Sunday, January 17, 2010

Elder Ballard on Mothers

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"I am impressed by countless mothers who have learned how important it is to focus on the things that can only be done in a particular season of life. If a child lives with parents for 18 or 19 years, that span is only one-fourth of a parent’s life. And the most formative time of all, the early years in a child’s life, represents less than one-tenth of a parent’s normal life. It is crucial to focus on our children for the short time we have them with us and to seek, with the help of the Lord, to teach them all we can before they leave our homes. This eternally important work falls to mothers and fathers as equal partners. I am grateful that today many fathers are more involved in the lives of their children. But I believe that the instincts and the intense nurturing involvement of mothers with their children will always be a major key to their well-being. In the words of the proclamation on the family, “Mothers are primarily responsible for the nurture of their children” (“The Family: A Proclamation to the World,” Liahona, Oct. 2004, 49; Ensign, Nov. 1995, 102).

"We need to remember that the full commitment of motherhood and of putting children first can be difficult. Through my own four-generation experience in our family, and through discussions with mothers of young children throughout the Church, I know something of a mother’s emotions that accompany her commitment to be at home with young children. There are moments of great joy and incredible fulfillment, but there are also moments of a sense of inadequacy, monotony, and frustration. Mothers may feel they receive little or no appreciation for the choice they have made. Sometimes even husbands seem to have no idea of the demands upon their wives.

"As a Church, we have enormous respect and gratitude to you mothers of young children. We want you to be happy and successful in your families and to have the validation and support you need and deserve. So today, let me ask and briefly answer four questions. While my answers may seem extremely simple, if the simple things are being tended to, a mother’s life can be most rewarding.

"The first question: What can you do, as a young mother, to reduce the pressure and enjoy your family more?

"First, recognize that the joy of motherhood comes in moments. There will be hard times and frustrating times. But amid the challenges, there are shining moments of joy and satisfaction.

"Author Anna Quindlen reminds us not to rush past the fleeting moments. She said: “The biggest mistake I made [as a parent] is the one that most of us make. … I did not live in the moment enough. This is particularly clear now that the moment is gone, captured only in photographs. There is one picture of [my three children] sitting in the grass on a quilt in the shadow of the swing set on a summer day, ages six, four, and one. And I wish I could remember what we ate, and what we talked about, and how they sounded, and how they looked when they slept that night. I wish I had not been in such a hurry to get on to the next thing: dinner, bath, book, bed. I wish I had treasured the doing a little more and the getting it done a little less” (Loud and Clear [2004], 10–11).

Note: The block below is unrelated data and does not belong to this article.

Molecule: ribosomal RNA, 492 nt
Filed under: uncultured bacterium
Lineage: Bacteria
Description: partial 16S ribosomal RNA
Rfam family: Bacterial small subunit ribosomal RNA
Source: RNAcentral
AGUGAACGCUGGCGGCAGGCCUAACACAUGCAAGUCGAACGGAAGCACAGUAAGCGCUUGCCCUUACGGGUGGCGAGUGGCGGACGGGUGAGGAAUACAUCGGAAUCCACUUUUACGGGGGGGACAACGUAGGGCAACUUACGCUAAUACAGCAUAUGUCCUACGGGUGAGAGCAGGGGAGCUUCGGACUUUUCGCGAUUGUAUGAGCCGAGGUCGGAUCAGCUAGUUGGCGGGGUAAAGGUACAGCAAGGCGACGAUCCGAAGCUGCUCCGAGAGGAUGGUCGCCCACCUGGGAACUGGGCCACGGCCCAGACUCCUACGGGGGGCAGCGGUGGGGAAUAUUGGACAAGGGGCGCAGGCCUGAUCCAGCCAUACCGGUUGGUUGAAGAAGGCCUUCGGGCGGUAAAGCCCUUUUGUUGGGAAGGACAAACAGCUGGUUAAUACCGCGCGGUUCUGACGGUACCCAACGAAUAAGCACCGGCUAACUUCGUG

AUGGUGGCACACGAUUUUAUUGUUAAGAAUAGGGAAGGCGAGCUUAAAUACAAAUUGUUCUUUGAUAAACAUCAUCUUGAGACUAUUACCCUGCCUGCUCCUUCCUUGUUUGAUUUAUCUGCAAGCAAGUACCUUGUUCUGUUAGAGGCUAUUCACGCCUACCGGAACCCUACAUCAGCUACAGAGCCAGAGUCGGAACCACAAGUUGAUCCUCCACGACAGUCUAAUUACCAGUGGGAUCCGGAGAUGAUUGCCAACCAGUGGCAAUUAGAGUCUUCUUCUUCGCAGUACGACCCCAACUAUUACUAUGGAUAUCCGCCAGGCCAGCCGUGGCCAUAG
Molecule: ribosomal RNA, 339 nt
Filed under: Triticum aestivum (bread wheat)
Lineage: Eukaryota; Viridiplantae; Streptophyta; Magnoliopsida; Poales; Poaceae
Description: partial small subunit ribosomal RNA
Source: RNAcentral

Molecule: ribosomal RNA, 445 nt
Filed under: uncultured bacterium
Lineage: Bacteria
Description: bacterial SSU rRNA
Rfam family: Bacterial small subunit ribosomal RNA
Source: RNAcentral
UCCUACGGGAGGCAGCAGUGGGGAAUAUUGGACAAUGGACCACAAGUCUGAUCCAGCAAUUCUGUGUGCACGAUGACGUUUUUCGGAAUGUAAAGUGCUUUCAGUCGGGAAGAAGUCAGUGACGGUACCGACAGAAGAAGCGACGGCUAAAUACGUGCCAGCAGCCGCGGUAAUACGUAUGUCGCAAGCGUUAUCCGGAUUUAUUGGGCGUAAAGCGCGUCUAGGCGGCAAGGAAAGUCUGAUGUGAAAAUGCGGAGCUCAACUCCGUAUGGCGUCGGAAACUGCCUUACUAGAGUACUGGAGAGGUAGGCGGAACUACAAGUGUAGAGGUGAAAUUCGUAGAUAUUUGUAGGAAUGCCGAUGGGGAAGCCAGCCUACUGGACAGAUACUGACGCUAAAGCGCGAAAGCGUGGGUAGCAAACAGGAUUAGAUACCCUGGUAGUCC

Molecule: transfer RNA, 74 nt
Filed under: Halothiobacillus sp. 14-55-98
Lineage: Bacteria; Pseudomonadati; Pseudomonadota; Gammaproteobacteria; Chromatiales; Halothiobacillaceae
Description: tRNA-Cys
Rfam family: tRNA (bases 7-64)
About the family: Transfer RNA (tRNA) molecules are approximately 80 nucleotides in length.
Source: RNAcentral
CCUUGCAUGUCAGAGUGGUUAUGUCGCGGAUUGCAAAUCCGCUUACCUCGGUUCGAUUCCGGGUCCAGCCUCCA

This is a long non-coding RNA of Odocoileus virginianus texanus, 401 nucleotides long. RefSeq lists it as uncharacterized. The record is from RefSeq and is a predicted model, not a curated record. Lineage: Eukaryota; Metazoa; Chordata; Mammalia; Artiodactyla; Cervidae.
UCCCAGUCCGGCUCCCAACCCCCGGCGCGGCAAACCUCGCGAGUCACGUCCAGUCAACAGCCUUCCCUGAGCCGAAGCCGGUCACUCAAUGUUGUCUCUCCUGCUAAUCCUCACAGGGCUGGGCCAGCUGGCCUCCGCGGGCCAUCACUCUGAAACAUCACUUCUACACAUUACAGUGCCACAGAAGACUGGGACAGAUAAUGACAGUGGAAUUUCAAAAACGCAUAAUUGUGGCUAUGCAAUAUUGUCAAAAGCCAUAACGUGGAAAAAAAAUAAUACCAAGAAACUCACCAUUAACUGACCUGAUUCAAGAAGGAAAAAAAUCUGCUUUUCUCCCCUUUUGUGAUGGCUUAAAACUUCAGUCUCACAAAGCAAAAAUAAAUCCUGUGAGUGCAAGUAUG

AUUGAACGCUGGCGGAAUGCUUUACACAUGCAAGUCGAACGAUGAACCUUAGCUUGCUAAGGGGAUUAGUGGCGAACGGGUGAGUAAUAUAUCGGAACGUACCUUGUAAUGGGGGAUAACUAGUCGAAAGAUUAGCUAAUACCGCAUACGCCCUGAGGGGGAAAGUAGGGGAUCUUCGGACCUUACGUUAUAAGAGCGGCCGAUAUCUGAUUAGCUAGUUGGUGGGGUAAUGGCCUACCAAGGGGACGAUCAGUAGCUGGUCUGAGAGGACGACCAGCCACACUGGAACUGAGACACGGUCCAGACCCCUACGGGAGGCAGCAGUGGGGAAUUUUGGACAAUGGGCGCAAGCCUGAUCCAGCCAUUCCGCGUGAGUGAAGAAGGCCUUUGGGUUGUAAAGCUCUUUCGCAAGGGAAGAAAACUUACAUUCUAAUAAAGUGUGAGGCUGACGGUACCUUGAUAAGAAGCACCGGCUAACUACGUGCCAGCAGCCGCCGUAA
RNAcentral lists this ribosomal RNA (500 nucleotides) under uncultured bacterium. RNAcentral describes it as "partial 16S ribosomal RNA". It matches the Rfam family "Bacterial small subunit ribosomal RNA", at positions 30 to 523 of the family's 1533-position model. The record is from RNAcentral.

"Second, don’t overschedule yourselves or your children. We live in a world that is filled with options. If we are not careful, we will find every minute jammed with social events, classes, exercise time, book clubs, scrapbooking, Church callings, music, sports, the Internet, and our favorite TV shows. One mother told me of a time that her children had 29 scheduled commitments every week: music lessons, Scouts, dance, Little League, day camps, soccer, art, and so forth. She felt like a taxi driver. Finally, she called a family meeting and announced, “Something has to go; we have no time to ourselves and no time for each other.” Families need unstructured time when relationships can deepen and real parenting can take place. Take time to listen, to laugh, and to play together.

"Third, even as you try to cut out the extra commitments, sisters, find some time for yourself to cultivate your gifts and interests. Pick one or two things that you would like to learn or do that will enrich your life, and make time for them. Water cannot be drawn from an empty well, and if you are not setting aside a little time for what replenishes you, you will have less and less to give to others, even to your children. Avoid any kind of substance abuse, mistakenly thinking that it will help you accomplish more. And don’t allow yourself to be caught up in the time-wasting, mind-numbing things like television soap operas or surfing the Internet. Turn to the Lord in faith, and you will know what to do and how to do it.

"Fourth, pray, study, and teach the gospel. Pray deeply about your children and about your role as a mother. Parents can offer a unique and wonderful kind of prayer because they are praying to the Eternal Parent of us all. There is great power in a prayer that essentially says, “We are steward-parents over Thy children, Father; please help us to raise them as Thou wouldst want them raised.”

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